Category: Alpines and Rock Gardens Perennials Tropicals and Tender Perennials
Height: 36-48 in. (90-120 cm)
Spacing: 4-6 ft. (1.2-1.8 m)
Hardiness: USDA Zone 10a: to -1.1 °C (30 °F) USDA Zone 10b: to 1.7 °C (35 °F) USDA Zone 11: above 4.5 °C (40 °F)
Sun Exposure: Full Sun
Danger: All parts of plant are poisonous if ingested
Bloom Color: Pale Pink White/Near White
Bloom Time: Late Winter/Early Spring Mid Spring Late Spring/Early Summer Mid Summer Late Summer/Early Fall
Foliage: Deciduous Shiny/Glossy-Textured
Other details: This plant is attractive to bees, butterflies and/or birds Drought-tolerant; suitable for xeriscaping Average Water Needs; Water regularly; do not overwater This plant may be considered a protected species; check before digging or gathering seeds
Soil pH requirements: 6.1 to 6.5 (mildly acidic)
Patent Information: Non-patented
Propagation Methods: From herbaceous stem cuttings Allow cut surface to callous over before planting From seed; sow indoors before last frost
Seed Collecting: Allow seedheads to dry on plants; remove and collect seeds Properly cleaned, seed can be successfully stored
On May 29, 2009, carpathiangirl from Akron, OH (Zone 5a) wrote:
One of my favorite indoor plants. I started it from seed 3 years back and it was one of the easiest plants to grow. They are said to bloom next year from seed but I have yet to see mine. Very slow growing for me, maybe lack of ferilizer? Anyway one of the most interesting and unusual plants.
On Jul 4, 2008, Mr_Cleaver from Reeders, PA (Zone 4a) wrote:
I have not had good experiences with Pachy's, but this one is very happy. So are my young P. saundersii, so if these plants are new to you try the Pachypodium saundersii. I must also add that they need to rest and go dormant in their off season to flower. As soon as you see the leaves start to yellow, STOP watering. The young ones will die when watered too late in their season. I've done it. Start lite watering in the spring.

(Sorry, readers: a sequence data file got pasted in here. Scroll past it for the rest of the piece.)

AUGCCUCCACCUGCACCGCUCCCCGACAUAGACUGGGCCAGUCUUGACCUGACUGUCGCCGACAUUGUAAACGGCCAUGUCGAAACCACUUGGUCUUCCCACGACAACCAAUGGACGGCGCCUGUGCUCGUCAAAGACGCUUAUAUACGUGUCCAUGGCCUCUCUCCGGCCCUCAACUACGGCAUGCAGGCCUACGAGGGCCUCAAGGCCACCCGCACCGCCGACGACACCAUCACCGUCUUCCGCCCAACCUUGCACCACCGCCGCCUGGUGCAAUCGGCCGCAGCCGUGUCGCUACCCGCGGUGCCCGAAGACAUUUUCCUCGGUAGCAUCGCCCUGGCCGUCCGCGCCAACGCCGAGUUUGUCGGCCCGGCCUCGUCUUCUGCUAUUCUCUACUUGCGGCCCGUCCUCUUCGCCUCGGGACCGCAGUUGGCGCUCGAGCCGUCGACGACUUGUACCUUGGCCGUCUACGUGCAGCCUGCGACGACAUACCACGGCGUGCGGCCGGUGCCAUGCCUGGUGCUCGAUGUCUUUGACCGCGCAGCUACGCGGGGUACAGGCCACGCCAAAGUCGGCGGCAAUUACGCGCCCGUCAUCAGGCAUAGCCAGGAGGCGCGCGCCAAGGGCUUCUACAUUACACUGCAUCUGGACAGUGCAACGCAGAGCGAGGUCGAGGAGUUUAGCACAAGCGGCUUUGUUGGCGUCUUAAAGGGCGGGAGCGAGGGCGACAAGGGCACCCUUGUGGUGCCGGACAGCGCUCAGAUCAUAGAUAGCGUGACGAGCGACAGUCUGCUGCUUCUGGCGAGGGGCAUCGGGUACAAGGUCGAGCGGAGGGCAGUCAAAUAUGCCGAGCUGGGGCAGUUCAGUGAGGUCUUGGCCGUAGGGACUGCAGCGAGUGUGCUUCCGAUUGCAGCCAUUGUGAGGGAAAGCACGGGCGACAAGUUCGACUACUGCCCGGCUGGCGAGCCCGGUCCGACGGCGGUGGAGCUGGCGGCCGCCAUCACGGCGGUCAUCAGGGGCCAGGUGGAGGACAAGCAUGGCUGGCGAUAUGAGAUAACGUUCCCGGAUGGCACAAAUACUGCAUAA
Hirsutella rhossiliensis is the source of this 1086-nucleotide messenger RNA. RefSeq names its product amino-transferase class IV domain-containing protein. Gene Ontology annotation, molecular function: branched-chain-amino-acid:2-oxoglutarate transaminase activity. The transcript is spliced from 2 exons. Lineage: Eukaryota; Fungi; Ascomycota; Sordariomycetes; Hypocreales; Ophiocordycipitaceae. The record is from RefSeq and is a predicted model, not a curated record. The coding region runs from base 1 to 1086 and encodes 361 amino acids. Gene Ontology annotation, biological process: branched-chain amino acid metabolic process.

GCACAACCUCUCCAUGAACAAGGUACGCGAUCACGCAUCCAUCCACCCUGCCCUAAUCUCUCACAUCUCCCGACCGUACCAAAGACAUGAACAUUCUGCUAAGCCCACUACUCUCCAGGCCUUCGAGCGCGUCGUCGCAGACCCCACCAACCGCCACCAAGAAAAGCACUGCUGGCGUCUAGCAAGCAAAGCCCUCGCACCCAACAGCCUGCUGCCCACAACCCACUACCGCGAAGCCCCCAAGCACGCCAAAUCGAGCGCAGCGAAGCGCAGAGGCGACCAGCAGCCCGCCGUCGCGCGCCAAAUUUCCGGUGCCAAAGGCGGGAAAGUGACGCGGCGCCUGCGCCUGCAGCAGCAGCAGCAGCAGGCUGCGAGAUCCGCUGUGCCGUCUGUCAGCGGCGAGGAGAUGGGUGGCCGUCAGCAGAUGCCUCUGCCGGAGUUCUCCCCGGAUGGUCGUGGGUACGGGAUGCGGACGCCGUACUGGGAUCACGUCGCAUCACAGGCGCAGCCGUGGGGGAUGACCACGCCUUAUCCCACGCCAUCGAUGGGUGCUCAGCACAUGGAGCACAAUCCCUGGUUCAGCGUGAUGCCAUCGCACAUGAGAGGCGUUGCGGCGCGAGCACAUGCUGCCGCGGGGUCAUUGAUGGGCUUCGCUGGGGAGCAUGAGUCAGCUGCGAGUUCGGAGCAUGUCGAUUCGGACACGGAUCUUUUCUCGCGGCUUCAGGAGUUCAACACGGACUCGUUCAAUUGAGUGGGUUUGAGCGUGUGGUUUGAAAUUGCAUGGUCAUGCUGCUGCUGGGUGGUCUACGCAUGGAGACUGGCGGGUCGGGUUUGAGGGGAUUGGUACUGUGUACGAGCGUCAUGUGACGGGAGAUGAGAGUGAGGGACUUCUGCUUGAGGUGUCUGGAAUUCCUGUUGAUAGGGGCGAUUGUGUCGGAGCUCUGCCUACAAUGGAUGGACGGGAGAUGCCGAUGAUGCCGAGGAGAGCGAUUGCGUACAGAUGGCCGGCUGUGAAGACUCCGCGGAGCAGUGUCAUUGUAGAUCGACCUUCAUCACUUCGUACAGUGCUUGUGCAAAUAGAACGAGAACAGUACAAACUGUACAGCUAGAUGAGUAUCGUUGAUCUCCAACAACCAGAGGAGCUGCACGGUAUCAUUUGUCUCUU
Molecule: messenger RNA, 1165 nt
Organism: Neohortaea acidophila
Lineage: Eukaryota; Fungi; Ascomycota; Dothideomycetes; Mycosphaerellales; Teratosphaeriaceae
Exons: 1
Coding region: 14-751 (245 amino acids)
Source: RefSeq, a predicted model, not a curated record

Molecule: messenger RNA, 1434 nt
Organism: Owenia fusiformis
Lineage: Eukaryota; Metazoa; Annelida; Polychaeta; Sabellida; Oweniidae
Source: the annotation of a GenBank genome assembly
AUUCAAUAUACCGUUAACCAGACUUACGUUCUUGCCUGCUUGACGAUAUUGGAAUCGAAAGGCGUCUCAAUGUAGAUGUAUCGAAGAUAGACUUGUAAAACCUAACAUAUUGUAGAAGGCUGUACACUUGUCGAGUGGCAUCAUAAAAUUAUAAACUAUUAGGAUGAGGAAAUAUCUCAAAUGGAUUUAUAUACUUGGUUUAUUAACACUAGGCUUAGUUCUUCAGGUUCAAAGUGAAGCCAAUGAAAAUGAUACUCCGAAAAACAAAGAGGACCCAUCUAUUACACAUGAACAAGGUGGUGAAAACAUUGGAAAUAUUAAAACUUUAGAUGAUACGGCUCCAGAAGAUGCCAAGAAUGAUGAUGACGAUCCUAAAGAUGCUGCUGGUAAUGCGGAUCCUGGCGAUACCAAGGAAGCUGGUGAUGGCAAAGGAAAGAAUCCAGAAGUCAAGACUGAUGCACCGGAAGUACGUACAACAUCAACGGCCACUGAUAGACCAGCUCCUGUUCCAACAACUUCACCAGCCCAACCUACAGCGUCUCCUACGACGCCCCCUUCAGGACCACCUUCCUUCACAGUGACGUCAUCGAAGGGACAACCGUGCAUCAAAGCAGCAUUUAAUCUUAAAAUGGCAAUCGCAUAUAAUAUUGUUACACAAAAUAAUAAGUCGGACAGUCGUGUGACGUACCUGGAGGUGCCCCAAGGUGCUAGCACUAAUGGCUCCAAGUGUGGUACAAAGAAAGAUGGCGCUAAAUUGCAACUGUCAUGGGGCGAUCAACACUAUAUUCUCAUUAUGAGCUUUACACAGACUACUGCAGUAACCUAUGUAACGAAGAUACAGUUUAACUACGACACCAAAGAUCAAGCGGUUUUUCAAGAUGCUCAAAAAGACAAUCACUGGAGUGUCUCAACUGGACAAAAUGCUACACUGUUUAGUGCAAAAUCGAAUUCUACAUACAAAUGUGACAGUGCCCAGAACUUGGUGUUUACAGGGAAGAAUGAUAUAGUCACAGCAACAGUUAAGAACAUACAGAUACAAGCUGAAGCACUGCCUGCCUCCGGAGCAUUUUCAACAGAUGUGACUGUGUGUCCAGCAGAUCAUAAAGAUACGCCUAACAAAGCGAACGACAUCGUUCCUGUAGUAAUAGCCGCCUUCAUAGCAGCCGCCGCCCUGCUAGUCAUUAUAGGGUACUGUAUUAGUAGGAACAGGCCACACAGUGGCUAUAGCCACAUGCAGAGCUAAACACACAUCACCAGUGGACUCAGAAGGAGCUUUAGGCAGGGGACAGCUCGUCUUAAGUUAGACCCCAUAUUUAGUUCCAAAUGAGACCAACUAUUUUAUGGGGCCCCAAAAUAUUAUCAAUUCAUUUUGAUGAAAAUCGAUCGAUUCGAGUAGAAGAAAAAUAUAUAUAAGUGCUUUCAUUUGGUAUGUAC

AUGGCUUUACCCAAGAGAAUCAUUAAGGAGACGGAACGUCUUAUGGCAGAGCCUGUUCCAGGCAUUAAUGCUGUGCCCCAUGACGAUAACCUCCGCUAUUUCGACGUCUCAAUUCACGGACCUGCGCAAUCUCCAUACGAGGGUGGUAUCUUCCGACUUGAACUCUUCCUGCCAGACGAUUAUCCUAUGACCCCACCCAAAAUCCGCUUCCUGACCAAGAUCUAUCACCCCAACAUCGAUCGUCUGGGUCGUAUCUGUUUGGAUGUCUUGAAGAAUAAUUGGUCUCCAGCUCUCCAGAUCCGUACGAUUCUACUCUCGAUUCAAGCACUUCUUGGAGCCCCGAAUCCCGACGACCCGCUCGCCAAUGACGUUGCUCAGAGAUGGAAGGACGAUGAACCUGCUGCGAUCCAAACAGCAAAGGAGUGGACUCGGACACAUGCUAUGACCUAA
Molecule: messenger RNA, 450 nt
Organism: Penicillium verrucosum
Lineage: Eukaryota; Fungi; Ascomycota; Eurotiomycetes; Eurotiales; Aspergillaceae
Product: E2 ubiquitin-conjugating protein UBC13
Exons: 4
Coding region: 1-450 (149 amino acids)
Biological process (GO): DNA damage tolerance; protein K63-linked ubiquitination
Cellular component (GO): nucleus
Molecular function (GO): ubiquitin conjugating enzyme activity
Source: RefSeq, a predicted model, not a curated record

On Oct 14, 2007, BayAreaTropics from Hayward, CA wrote:
I have the dwarf form of this plant.Judging by how well it grew through our cool dry summer,it might be a good candidate for the outdoor succulent garden in the bay area. Mine actually looks better than it did when it came right out of the growers greenhouse in May. Since its hardened off i see no reason not to plant this late in the year.
EDIT: Update, I cant believe its been almost three years since posting. As of March 2010 P.saundersi has done well in ground here(taking a handful of 33f nights unprotected over two winters) in the SF bay area. Hasn't flowered,but it wasnt much more than a seedling in 07. Right now still out of leaf and not a large plant unless you compare it to 07-THEN you see the marked growth,added branching. A nice stout alternative to the P.lamerei's.
2012: Its still going..very little water and I accidentally cut it in half last summer weeding with a maddock. I want to move it to a more protected and yet more visible part of the yard. You might have a hard time finding a more tough Pachypodium species.
On Aug 19, 2003, palmbob from Tarzana, CA (Zone 9b) wrote:
THis is one of my favorite Pachypodiums.. haven't planted one in the ground yet, but in a pot does great in So Cal even over the winter outdoors... so obviously a zone 11 is a bit timid... it does great in zone 9b and has taken frost down to 25F without even any damage at all- does lose all it's leaves in the first frost, but no problem with rotting of the caudex if planted in really well draining soil.
Massive caudiciform plant. Lovely flowers and easy to grow. Beware thorns though!
This plant has been said to grow in the following regions:
Maricopa, Arizona Mesa, Arizona Peoria, Arizona Phoenix, Arizona Tucson, Arizona Brea, California Carlsbad, California Hayward, California La Presa, California Reseda, California Thousand Oaks, California Tulare, California Country Walk, Florida South Venice, Florida Nahunta, Georgia Maalaea, Hawaii Moss Bluff, Louisiana Austin, Texas Balcones Heights, Texas Floresville, Texas San Antonio, Texas